All believers will one day stand before Christ's judgment seat—not that of our parents, brothers, sisters, bosses, or friends (see 2 Cor. 5:10). That doesn't have to be a negative or scary thought: people often measure us by standards we can never achieve. But Jesus measures us according to the potential with which He created us. There's freedom in that thought, isn't there? Freedom to take a chance, to try, to invest our lives in things that last. If we refuse to take the positive challenge, however, we must also deal with the very negative consequences—the shame, e.g., 1 Cor. 3:10-15.

Conclusion

If we fail to measure our lives in the light of eternity and God's judgment, we measure them in a very limited way. Let me ask you again: How much do you have? I can tell what the Judgment Seat of Christ is going to be like for a believer, by hearing his answer to this question. The person who continually invests his/her minas, has a list that goes on and on, a list something like this:

  • Salvation

  • Fruit of the Spirit, i.e., Peace

  • Financial resources—10%

  • Word

  • Friendships

  • Family

  • Church

  • Opportunity to give/share, etc.

Think about the day you were born. Many of us think nothing/little happened before we were born, but if you are a wise investor, you will ask about what preceded you. You will want to know, so you can build upon others' lives and not repeat their mistakes.As you think about your timeline, think before time. God's plan started before time, before the foundation of the earth. Time and its events didn't take God by surprise; He invented time. We are living in God's world, and it is His plan we want to live by.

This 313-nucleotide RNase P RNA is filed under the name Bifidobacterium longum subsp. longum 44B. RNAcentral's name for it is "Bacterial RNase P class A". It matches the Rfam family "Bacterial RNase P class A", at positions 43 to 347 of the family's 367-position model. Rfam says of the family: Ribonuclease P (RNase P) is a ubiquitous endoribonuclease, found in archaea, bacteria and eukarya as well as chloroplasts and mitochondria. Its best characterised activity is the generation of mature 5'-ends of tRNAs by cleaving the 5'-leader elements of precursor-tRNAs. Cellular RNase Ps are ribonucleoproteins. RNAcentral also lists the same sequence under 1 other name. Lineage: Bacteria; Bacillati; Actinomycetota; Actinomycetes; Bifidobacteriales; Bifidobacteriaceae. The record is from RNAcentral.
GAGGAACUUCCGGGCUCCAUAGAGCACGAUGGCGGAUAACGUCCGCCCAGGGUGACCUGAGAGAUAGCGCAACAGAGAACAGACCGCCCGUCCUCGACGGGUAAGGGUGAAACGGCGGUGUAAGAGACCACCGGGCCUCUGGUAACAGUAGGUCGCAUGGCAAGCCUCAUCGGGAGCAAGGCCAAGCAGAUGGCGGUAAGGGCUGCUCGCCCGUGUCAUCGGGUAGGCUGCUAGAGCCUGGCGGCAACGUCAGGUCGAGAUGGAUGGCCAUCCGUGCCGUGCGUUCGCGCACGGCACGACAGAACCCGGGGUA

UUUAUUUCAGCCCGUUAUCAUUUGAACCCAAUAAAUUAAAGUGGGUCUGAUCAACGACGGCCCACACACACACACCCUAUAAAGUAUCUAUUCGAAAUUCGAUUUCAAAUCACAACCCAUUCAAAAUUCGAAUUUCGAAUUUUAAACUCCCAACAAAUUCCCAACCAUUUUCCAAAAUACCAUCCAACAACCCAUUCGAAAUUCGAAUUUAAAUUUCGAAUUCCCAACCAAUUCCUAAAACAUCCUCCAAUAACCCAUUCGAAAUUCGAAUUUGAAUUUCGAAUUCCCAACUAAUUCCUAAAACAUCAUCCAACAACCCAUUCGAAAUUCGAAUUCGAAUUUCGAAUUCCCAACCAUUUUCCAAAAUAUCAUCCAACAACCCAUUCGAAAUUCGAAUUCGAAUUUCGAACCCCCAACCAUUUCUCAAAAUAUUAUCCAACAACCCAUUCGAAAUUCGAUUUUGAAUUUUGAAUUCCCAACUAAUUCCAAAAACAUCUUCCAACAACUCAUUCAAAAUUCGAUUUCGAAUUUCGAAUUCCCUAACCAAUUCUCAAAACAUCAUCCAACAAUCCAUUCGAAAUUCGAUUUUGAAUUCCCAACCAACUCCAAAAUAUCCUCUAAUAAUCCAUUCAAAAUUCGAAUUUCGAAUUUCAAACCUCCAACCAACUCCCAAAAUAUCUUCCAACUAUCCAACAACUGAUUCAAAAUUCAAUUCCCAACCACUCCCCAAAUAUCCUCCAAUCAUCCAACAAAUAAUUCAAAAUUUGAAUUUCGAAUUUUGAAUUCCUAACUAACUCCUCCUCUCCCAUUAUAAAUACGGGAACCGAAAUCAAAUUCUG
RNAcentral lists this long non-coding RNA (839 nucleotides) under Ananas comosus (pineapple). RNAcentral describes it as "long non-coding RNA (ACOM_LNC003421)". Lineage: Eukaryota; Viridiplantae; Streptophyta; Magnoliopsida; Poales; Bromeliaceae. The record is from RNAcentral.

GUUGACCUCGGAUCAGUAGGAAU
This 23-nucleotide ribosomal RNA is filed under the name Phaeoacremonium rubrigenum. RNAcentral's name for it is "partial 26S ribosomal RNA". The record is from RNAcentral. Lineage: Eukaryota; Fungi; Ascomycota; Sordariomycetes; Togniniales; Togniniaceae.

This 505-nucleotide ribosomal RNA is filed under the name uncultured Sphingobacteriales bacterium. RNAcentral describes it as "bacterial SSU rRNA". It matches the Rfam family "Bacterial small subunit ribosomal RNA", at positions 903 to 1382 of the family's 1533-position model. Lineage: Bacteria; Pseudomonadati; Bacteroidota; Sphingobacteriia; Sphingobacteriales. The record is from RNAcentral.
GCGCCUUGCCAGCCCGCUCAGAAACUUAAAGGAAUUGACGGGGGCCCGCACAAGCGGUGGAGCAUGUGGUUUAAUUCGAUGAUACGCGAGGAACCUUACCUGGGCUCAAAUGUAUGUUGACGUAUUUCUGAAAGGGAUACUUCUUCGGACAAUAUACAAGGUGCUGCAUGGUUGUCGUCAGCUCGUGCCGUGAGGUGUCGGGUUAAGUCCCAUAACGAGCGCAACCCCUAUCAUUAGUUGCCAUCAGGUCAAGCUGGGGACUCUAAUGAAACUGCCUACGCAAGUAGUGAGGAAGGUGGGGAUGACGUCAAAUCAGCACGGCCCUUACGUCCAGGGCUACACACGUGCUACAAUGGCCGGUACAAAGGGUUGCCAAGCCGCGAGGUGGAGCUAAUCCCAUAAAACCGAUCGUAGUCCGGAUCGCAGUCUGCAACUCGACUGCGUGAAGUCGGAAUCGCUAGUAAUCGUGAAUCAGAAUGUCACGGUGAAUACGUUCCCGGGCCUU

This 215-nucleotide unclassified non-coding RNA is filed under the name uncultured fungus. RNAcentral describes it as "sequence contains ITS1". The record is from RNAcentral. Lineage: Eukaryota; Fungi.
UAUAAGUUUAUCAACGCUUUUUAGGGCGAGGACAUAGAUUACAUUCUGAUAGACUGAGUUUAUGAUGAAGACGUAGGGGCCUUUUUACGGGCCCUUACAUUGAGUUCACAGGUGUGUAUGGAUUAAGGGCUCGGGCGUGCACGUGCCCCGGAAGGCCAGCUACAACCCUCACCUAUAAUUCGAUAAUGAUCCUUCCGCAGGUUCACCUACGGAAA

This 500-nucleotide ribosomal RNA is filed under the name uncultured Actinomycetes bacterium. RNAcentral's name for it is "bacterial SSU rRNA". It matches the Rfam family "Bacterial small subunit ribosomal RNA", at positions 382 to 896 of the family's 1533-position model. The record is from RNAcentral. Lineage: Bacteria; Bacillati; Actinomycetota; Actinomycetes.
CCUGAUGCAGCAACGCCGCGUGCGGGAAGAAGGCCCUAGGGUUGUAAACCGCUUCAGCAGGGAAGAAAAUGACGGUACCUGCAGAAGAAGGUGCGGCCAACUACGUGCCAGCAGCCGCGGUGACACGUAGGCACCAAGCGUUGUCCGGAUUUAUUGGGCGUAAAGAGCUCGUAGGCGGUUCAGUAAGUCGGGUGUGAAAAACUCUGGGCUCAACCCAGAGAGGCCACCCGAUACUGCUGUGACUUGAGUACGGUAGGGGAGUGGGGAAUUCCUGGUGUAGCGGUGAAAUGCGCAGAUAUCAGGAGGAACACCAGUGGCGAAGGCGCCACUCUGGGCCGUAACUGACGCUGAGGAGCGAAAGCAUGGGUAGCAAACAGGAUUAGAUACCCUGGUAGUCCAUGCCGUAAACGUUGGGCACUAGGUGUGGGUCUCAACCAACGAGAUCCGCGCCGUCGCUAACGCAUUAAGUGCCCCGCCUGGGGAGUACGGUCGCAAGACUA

Now think about the end of your life. After this, as I said earlier, we will all appear at the judgment seat of Christ, or the Great White Throne Judgment. All who have ever lived will stand before God at one or the other.How short is this time between life and death in comparison to eternity—infinity! What happens in this short time, however, will influence how we spend eternity. We think our lives are so long, but in comparison to eternity the time will hardly be measurable.

In your mind, hang your "bag of minas" in the spot on the timeline between life and death. Recognize that what we do in this timeframe with what we have received (represented by the minas) will affect our eternity with God. It's a massive stretch for youth to think this way, because at the most they think three months in advance. Most adults are not much better, and the proof is that many Boomers have not saved for retirement.

My encouragement is to inventory your mina bag. Put your resources in an eternal context. Determine not to sit on them, but to invest them!